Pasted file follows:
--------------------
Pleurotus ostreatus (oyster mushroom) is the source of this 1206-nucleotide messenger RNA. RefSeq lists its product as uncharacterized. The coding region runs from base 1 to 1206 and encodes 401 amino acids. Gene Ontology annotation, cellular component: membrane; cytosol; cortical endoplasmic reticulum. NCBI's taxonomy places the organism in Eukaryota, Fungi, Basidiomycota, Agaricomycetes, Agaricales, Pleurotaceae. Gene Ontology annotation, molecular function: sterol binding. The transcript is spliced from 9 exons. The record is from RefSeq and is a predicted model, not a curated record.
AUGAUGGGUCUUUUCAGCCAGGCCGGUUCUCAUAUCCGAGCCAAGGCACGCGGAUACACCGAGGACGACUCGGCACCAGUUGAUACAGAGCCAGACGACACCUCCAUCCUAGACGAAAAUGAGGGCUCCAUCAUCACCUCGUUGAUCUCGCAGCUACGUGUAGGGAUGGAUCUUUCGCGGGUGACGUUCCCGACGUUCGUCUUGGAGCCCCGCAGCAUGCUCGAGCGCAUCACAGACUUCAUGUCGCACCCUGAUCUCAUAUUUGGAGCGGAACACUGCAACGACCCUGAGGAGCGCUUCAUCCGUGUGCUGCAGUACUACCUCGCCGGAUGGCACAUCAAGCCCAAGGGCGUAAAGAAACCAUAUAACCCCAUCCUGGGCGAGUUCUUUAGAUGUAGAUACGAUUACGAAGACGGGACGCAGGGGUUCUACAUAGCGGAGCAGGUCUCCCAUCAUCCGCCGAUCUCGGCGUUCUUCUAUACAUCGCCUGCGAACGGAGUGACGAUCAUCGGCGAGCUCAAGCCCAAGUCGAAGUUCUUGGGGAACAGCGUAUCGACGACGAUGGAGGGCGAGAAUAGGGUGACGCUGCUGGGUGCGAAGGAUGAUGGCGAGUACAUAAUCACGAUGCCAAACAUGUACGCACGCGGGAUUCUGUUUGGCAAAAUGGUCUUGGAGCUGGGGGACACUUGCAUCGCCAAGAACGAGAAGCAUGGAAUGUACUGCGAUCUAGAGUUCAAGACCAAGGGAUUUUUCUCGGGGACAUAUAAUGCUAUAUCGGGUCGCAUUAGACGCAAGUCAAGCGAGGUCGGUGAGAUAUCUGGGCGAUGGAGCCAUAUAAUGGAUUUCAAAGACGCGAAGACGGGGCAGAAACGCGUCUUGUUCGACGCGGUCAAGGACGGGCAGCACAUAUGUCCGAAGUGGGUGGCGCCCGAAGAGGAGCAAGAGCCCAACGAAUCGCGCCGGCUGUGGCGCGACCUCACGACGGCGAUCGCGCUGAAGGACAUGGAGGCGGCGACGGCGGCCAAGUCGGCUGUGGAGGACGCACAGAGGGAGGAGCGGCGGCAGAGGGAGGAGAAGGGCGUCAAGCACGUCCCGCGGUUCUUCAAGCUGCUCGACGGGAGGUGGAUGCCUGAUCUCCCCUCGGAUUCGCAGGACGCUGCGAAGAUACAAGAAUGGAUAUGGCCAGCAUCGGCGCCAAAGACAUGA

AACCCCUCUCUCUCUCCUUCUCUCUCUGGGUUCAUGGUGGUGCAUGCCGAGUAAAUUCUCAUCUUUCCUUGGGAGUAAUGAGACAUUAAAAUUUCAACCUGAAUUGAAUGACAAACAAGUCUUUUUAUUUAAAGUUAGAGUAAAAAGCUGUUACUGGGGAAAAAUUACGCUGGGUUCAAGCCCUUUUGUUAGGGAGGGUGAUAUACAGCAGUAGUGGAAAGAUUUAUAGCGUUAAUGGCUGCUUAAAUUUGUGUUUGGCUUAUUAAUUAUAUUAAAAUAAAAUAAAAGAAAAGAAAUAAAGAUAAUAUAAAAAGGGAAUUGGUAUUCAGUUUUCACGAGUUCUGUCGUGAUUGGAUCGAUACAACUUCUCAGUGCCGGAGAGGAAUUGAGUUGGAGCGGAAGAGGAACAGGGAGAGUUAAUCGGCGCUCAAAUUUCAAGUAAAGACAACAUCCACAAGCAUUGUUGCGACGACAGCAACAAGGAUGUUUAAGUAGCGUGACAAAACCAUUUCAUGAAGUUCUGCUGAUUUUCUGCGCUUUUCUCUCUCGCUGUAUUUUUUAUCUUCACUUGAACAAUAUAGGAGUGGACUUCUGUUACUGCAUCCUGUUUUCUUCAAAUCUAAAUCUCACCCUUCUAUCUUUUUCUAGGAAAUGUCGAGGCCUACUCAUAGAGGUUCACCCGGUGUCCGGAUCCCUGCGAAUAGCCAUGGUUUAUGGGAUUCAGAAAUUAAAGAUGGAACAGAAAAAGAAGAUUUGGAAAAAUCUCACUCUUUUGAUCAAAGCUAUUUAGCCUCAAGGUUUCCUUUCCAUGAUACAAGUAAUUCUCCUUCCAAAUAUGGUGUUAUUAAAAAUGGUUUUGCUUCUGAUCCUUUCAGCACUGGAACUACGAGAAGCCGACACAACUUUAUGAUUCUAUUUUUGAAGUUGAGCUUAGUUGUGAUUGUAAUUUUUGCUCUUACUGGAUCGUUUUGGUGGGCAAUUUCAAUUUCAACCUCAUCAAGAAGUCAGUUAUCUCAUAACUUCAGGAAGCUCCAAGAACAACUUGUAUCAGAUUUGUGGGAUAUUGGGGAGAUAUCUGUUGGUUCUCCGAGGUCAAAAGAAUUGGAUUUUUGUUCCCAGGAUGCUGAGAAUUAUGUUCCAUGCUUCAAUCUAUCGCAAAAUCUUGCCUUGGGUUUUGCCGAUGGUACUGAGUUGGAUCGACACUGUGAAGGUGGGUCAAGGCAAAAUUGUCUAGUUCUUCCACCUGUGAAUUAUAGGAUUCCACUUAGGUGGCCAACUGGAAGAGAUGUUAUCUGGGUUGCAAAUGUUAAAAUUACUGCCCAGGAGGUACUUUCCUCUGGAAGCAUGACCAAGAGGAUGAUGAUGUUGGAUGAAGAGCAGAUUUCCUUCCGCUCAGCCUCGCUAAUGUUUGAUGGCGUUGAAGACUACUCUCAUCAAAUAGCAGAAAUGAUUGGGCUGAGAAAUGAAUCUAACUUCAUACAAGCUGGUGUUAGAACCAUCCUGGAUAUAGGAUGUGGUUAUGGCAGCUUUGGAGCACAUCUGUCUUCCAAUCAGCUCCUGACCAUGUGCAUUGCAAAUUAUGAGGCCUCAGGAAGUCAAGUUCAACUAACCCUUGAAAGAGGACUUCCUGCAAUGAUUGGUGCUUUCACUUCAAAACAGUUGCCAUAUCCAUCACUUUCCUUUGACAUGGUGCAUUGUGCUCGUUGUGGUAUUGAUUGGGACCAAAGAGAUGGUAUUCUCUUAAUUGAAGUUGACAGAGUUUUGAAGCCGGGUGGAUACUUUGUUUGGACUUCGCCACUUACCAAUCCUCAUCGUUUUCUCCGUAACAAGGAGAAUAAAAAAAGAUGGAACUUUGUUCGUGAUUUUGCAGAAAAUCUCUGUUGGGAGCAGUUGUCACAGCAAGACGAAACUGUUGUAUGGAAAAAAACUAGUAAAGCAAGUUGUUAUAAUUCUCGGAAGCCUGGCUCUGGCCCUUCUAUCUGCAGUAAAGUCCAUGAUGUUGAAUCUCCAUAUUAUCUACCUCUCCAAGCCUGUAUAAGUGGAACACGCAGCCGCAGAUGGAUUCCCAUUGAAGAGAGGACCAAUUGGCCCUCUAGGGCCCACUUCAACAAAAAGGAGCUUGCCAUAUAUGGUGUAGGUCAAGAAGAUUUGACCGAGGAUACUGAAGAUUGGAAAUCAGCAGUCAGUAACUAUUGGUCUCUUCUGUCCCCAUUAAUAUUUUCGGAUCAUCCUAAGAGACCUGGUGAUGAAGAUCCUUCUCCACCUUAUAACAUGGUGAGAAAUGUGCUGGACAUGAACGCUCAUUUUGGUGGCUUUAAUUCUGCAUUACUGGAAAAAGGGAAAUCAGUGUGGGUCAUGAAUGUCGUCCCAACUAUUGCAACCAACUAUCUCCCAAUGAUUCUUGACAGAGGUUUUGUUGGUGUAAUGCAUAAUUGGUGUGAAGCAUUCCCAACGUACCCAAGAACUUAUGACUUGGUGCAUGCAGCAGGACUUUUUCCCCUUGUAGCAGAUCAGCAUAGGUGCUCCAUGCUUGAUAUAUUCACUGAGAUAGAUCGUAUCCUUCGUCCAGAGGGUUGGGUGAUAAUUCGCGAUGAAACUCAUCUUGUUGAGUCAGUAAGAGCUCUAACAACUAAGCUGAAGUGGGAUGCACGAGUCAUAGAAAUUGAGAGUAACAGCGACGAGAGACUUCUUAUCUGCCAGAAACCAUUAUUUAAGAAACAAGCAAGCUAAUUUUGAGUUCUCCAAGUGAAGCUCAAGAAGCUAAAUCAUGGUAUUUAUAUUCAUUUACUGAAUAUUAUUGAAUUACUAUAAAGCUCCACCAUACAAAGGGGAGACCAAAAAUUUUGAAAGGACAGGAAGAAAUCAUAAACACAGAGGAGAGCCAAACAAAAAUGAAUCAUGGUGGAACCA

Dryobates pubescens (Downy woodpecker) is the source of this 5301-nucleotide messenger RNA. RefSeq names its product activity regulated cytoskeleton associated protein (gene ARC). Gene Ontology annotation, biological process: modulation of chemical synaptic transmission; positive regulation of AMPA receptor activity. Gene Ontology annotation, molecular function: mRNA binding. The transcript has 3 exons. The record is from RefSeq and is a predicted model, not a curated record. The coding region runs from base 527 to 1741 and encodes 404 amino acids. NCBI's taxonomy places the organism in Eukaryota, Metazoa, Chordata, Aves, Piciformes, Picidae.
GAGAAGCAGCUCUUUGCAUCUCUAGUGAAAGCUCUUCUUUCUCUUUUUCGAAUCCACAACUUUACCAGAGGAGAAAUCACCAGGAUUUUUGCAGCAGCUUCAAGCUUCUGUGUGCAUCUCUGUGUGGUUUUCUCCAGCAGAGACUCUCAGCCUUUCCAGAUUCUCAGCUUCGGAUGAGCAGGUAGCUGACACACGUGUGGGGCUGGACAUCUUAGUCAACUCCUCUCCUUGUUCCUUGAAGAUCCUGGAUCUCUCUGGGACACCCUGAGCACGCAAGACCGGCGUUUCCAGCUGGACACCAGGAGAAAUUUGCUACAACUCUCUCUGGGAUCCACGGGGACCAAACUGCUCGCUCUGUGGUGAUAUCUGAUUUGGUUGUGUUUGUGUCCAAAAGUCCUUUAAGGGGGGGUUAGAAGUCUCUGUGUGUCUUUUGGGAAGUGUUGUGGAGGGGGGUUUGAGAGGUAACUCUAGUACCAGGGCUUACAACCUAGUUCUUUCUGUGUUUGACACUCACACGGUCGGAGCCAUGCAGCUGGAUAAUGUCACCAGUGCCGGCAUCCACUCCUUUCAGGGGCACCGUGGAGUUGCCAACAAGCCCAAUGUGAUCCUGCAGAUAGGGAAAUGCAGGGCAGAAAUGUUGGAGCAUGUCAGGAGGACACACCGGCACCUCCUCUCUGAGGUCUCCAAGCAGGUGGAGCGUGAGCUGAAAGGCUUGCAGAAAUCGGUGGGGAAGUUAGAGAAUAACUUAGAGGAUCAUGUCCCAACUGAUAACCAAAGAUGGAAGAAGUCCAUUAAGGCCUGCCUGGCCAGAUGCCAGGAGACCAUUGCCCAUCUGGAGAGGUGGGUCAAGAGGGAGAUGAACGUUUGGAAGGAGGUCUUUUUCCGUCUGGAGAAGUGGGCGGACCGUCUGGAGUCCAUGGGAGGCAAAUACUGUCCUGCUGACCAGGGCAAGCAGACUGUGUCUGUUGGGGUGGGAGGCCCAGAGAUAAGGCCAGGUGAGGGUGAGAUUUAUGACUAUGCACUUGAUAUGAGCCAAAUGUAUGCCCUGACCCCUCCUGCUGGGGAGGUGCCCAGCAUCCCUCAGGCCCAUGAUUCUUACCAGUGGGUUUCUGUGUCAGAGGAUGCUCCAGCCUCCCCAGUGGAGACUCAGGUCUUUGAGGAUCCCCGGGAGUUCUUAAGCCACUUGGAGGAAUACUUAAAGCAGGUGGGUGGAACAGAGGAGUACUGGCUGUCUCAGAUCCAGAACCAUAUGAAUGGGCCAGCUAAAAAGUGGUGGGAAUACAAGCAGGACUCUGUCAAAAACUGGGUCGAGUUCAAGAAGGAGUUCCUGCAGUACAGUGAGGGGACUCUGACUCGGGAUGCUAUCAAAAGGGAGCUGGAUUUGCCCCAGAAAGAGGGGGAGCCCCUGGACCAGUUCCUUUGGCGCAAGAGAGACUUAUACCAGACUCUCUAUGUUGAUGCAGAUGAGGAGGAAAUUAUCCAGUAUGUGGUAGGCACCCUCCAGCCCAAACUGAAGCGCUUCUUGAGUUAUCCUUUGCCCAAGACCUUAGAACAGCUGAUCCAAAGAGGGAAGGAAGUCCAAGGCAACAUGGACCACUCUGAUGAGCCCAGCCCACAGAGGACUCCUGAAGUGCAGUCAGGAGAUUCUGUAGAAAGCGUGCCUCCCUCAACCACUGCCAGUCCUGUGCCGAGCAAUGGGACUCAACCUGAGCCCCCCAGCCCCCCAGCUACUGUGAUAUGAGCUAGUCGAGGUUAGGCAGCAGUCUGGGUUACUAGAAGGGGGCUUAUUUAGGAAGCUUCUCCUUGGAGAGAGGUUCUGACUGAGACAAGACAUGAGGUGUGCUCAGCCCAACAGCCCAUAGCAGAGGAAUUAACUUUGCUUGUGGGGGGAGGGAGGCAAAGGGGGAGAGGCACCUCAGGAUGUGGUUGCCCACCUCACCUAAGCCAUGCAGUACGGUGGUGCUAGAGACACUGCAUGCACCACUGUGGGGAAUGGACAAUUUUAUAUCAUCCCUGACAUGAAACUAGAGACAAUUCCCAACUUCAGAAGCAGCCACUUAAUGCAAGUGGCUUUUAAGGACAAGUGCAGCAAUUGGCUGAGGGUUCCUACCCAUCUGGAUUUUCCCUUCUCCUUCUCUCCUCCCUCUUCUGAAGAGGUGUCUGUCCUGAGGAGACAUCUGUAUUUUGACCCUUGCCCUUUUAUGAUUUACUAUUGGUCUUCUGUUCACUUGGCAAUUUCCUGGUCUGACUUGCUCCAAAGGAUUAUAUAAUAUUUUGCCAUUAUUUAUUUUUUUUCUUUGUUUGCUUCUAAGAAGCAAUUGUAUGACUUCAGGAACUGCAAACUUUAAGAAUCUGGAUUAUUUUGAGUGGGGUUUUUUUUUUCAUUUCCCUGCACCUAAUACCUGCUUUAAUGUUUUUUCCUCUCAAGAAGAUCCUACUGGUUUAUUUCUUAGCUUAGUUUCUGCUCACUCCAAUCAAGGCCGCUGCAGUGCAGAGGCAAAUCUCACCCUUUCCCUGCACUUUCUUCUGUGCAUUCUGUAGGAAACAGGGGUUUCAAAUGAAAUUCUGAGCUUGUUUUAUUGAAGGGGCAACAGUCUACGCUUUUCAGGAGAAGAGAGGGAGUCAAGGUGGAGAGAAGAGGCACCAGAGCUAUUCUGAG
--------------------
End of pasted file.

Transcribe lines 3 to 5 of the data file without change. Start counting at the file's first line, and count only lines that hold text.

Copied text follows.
AACCCCUCUCUCUCUCCUUCUCUCUCUGGGUUCAUGGUGGUGCAUGCCGAGUAAAUUCUCAUCUUUCCUUGGGAGUAAUGAGACAUUAAAAUUUCAACCUGAAUUGAAUGACAAACAAGUCUUUUUAUUUAAAGUUAGAGUAAAAAGCUGUUACUGGGGAAAAAUUACGCUGGGUUCAAGCCCUUUUGUUAGGGAGGGUGAUAUACAGCAGUAGUGGAAAGAUUUAUAGCGUUAAUGGCUGCUUAAAUUUGUGUUUGGCUUAUUAAUUAUAUUAAAAUAAAAUAAAAGAAAAGAAAUAAAGAUAAUAUAAAAAGGGAAUUGGUAUUCAGUUUUCACGAGUUCUGUCGUGAUUGGAUCGAUACAACUUCUCAGUGCCGGAGAGGAAUUGAGUUGGAGCGGAAGAGGAACAGGGAGAGUUAAUCGGCGCUCAAAUUUCAAGUAAAGACAACAUCCACAAGCAUUGUUGCGACGACAGCAACAAGGAUGUUUAAGUAGCGUGACAAAACCAUUUCAUGAAGUUCUGCUGAUUUUCUGCGCUUUUCUCUCUCGCUGUAUUUUUUAUCUUCACUUGAACAAUAUAGGAGUGGACUUCUGUUACUGCAUCCUGUUUUCUUCAAAUCUAAAUCUCACCCUUCUAUCUUUUUCUAGGAAAUGUCGAGGCCUACUCAUAGAGGUUCACCCGGUGUCCGGAUCCCUGCGAAUAGCCAUGGUUUAUGGGAUUCAGAAAUUAAAGAUGGAACAGAAAAAGAAGAUUUGGAAAAAUCUCACUCUUUUGAUCAAAGCUAUUUAGCCUCAAGGUUUCCUUUCCAUGAUACAAGUAAUUCUCCUUCCAAAUAUGGUGUUAUUAAAAAUGGUUUUGCUUCUGAUCCUUUCAGCACUGGAACUACGAGAAGCCGACACAACUUUAUGAUUCUAUUUUUGAAGUUGAGCUUAGUUGUGAUUGUAAUUUUUGCUCUUACUGGAUCGUUUUGGUGGGCAAUUUCAAUUUCAACCUCAUCAAGAAGUCAGUUAUCUCAUAACUUCAGGAAGCUCCAAGAACAACUUGUAUCAGAUUUGUGGGAUAUUGGGGAGAUAUCUGUUGGUUCUCCGAGGUCAAAAGAAUUGGAUUUUUGUUCCCAGGAUGCUGAGAAUUAUGUUCCAUGCUUCAAUCUAUCGCAAAAUCUUGCCUUGGGUUUUGCCGAUGGUACUGAGUUGGAUCGACACUGUGAAGGUGGGUCAAGGCAAAAUUGUCUAGUUCUUCCACCUGUGAAUUAUAGGAUUCCACUUAGGUGGCCAACUGGAAGAGAUGUUAUCUGGGUUGCAAAUGUUAAAAUUACUGCCCAGGAGGUACUUUCCUCUGGAAGCAUGACCAAGAGGAUGAUGAUGUUGGAUGAAGAGCAGAUUUCCUUCCGCUCAGCCUCGCUAAUGUUUGAUGGCGUUGAAGACUACUCUCAUCAAAUAGCAGAAAUGAUUGGGCUGAGAAAUGAAUCUAACUUCAUACAAGCUGGUGUUAGAACCAUCCUGGAUAUAGGAUGUGGUUAUGGCAGCUUUGGAGCACAUCUGUCUUCCAAUCAGCUCCUGACCAUGUGCAUUGCAAAUUAUGAGGCCUCAGGAAGUCAAGUUCAACUAACCCUUGAAAGAGGACUUCCUGCAAUGAUUGGUGCUUUCACUUCAAAACAGUUGCCAUAUCCAUCACUUUCCUUUGACAUGGUGCAUUGUGCUCGUUGUGGUAUUGAUUGGGACCAAAGAGAUGGUAUUCUCUUAAUUGAAGUUGACAGAGUUUUGAAGCCGGGUGGAUACUUUGUUUGGACUUCGCCACUUACCAAUCCUCAUCGUUUUCUCCGUAACAAGGAGAAUAAAAAAAGAUGGAACUUUGUUCGUGAUUUUGCAGAAAAUCUCUGUUGGGAGCAGUUGUCACAGCAAGACGAAACUGUUGUAUGGAAAAAAACUAGUAAAGCAAGUUGUUAUAAUUCUCGGAAGCCUGGCUCUGGCCCUUCUAUCUGCAGUAAAGUCCAUGAUGUUGAAUCUCCAUAUUAUCUACCUCUCCAAGCCUGUAUAAGUGGAACACGCAGCCGCAGAUGGAUUCCCAUUGAAGAGAGGACCAAUUGGCCCUCUAGGGCCCACUUCAACAAAAAGGAGCUUGCCAUAUAUGGUGUAGGUCAAGAAGAUUUGACCGAGGAUACUGAAGAUUGGAAAUCAGCAGUCAGUAACUAUUGGUCUCUUCUGUCCCCAUUAAUAUUUUCGGAUCAUCCUAAGAGACCUGGUGAUGAAGAUCCUUCUCCACCUUAUAACAUGGUGAGAAAUGUGCUGGACAUGAACGCUCAUUUUGGUGGCUUUAAUUCUGCAUUACUGGAAAAAGGGAAAUCAGUGUGGGUCAUGAAUGUCGUCCCAACUAUUGCAACCAACUAUCUCCCAAUGAUUCUUGACAGAGGUUUUGUUGGUGUAAUGCAUAAUUGGUGUGAAGCAUUCCCAACGUACCCAAGAACUUAUGACUUGGUGCAUGCAGCAGGACUUUUUCCCCUUGUAGCAGAUCAGCAUAGGUGCUCCAUGCUUGAUAUAUUCACUGAGAUAGAUCGUAUCCUUCGUCCAGAGGGUUGGGUGAUAAUUCGCGAUGAAACUCAUCUUGUUGAGUCAGUAAGAGCUCUAACAACUAAGCUGAAGUGGGAUGCACGAGUCAUAGAAAUUGAGAGUAACAGCGACGAGAGACUUCUUAUCUGCCAGAAACCAUUAUUUAAGAAACAAGCAAGCUAAUUUUGAGUUCUCCAAGUGAAGCUCAAGAAGCUAAAUCAUGGUAUUUAUAUUCAUUUACUGAAUAUUAUUGAAUUACUAUAAAGCUCCACCAUACAAAGGGGAGACCAAAAAUUUUGAAAGGACAGGAAGAAAUCAUAAACACAGAGGAGAGCCAAACAAAAAUGAAUCAUGGUGGAACCA

Dryobates pubescens (Downy woodpecker) is the source of this 5301-nucleotide messenger RNA. RefSeq names its product activity regulated cytoskeleton associated protein (gene ARC). Gene Ontology annotation, biological process: modulation of chemical synaptic transmission; positive regulation of AMPA receptor activity. Gene Ontology annotation, molecular function: mRNA binding. The transcript has 3 exons. The record is from RefSeq and is a predicted model, not a curated record. The coding region runs from base 527 to 1741 and encodes 404 amino acids. NCBI's taxonomy places the organism in Eukaryota, Metazoa, Chordata, Aves, Piciformes, Picidae.
GAGAAGCAGCUCUUUGCAUCUCUAGUGAAAGCUCUUCUUUCUCUUUUUCGAAUCCACAACUUUACCAGAGGAGAAAUCACCAGGAUUUUUGCAGCAGCUUCAAGCUUCUGUGUGCAUCUCUGUGUGGUUUUCUCCAGCAGAGACUCUCAGCCUUUCCAGAUUCUCAGCUUCGGAUGAGCAGGUAGCUGACACACGUGUGGGGCUGGACAUCUUAGUCAACUCCUCUCCUUGUUCCUUGAAGAUCCUGGAUCUCUCUGGGACACCCUGAGCACGCAAGACCGGCGUUUCCAGCUGGACACCAGGAGAAAUUUGCUACAACUCUCUCUGGGAUCCACGGGGACCAAACUGCUCGCUCUGUGGUGAUAUCUGAUUUGGUUGUGUUUGUGUCCAAAAGUCCUUUAAGGGGGGGUUAGAAGUCUCUGUGUGUCUUUUGGGAAGUGUUGUGGAGGGGGGUUUGAGAGGUAACUCUAGUACCAGGGCUUACAACCUAGUUCUUUCUGUGUUUGACACUCACACGGUCGGAGCCAUGCAGCUGGAUAAUGUCACCAGUGCCGGCAUCCACUCCUUUCAGGGGCACCGUGGAGUUGCCAACAAGCCCAAUGUGAUCCUGCAGAUAGGGAAAUGCAGGGCAGAAAUGUUGGAGCAUGUCAGGAGGACACACCGGCACCUCCUCUCUGAGGUCUCCAAGCAGGUGGAGCGUGAGCUGAAAGGCUUGCAGAAAUCGGUGGGGAAGUUAGAGAAUAACUUAGAGGAUCAUGUCCCAACUGAUAACCAAAGAUGGAAGAAGUCCAUUAAGGCCUGCCUGGCCAGAUGCCAGGAGACCAUUGCCCAUCUGGAGAGGUGGGUCAAGAGGGAGAUGAACGUUUGGAAGGAGGUCUUUUUCCGUCUGGAGAAGUGGGCGGACCGUCUGGAGUCCAUGGGAGGCAAAUACUGUCCUGCUGACCAGGGCAAGCAGACUGUGUCUGUUGGGGUGGGAGGCCCAGAGAUAAGGCCAGGUGAGGGUGAGAUUUAUGACUAUGCACUUGAUAUGAGCCAAAUGUAUGCCCUGACCCCUCCUGCUGGGGAGGUGCCCAGCAUCCCUCAGGCCCAUGAUUCUUACCAGUGGGUUUCUGUGUCAGAGGAUGCUCCAGCCUCCCCAGUGGAGACUCAGGUCUUUGAGGAUCCCCGGGAGUUCUUAAGCCACUUGGAGGAAUACUUAAAGCAGGUGGGUGGAACAGAGGAGUACUGGCUGUCUCAGAUCCAGAACCAUAUGAAUGGGCCAGCUAAAAAGUGGUGGGAAUACAAGCAGGACUCUGUCAAAAACUGGGUCGAGUUCAAGAAGGAGUUCCUGCAGUACAGUGAGGGGACUCUGACUCGGGAUGCUAUCAAAAGGGAGCUGGAUUUGCCCCAGAAAGAGGGGGAGCCCCUGGACCAGUUCCUUUGGCGCAAGAGAGACUUAUACCAGACUCUCUAUGUUGAUGCAGAUGAGGAGGAAAUUAUCCAGUAUGUGGUAGGCACCCUCCAGCCCAAACUGAAGCGCUUCUUGAGUUAUCCUUUGCCCAAGACCUUAGAACAGCUGAUCCAAAGAGGGAAGGAAGUCCAAGGCAACAUGGACCACUCUGAUGAGCCCAGCCCACAGAGGACUCCUGAAGUGCAGUCAGGAGAUUCUGUAGAAAGCGUGCCUCCCUCAACCACUGCCAGUCCUGUGCCGAGCAAUGGGACUCAACCUGAGCCCCCCAGCCCCCCAGCUACUGUGAUAUGAGCUAGUCGAGGUUAGGCAGCAGUCUGGGUUACUAGAAGGGGGCUUAUUUAGGAAGCUUCUCCUUGGAGAGAGGUUCUGACUGAGACAAGACAUGAGGUGUGCUCAGCCCAACAGCCCAUAGCAGAGGAAUUAACUUUGCUUGUGGGGGGAGGGAGGCAAAGGGGGAGAGGCACCUCAGGAUGUGGUUGCCCACCUCACCUAAGCCAUGCAGUACGGUGGUGCUAGAGACACUGCAUGCACCACUGUGGGGAAUGGACAAUUUUAUAUCAUCCCUGACAUGAAACUAGAGACAAUUCCCAACUUCAGAAGCAGCCACUUAAUGCAAGUGGCUUUUAAGGACAAGUGCAGCAAUUGGCUGAGGGUUCCUACCCAUCUGGAUUUUCCCUUCUCCUUCUCUCCUCCCUCUUCUGAAGAGGUGUCUGUCCUGAGGAGACAUCUGUAUUUUGACCCUUGCCCUUUUAUGAUUUACUAUUGGUCUUCUGUUCACUUGGCAAUUUCCUGGUCUGACUUGCUCCAAAGGAUUAUAUAAUAUUUUGCCAUUAUUUAUUUUUUUUCUUUGUUUGCUUCUAAGAAGCAAUUGUAUGACUUCAGGAACUGCAAACUUUAAGAAUCUGGAUUAUUUUGAGUGGGGUUUUUUUUUUCAUUUCCCUGCACCUAAUACCUGCUUUAAUGUUUUUUCCUCUCAAGAAGAUCCUACUGGUUUAUUUCUUAGCUUAGUUUCUGCUCACUCCAAUCAAGGCCGCUGCAGUGCAGAGGCAAAUCUCACCCUUUCCCUGCACUUUCUUCUGUGCAUUCUGUAGGAAACAGGGGUUUCAAAUGAAAUUCUGAGCUUGUUUUAUUGAAGGGGCAACAGUCUACGCUUUUCAGGAGAAGAGAGGGAGUCAAGGUGGAGAGAAGAGGCACCAGAGCUAUUCUGAG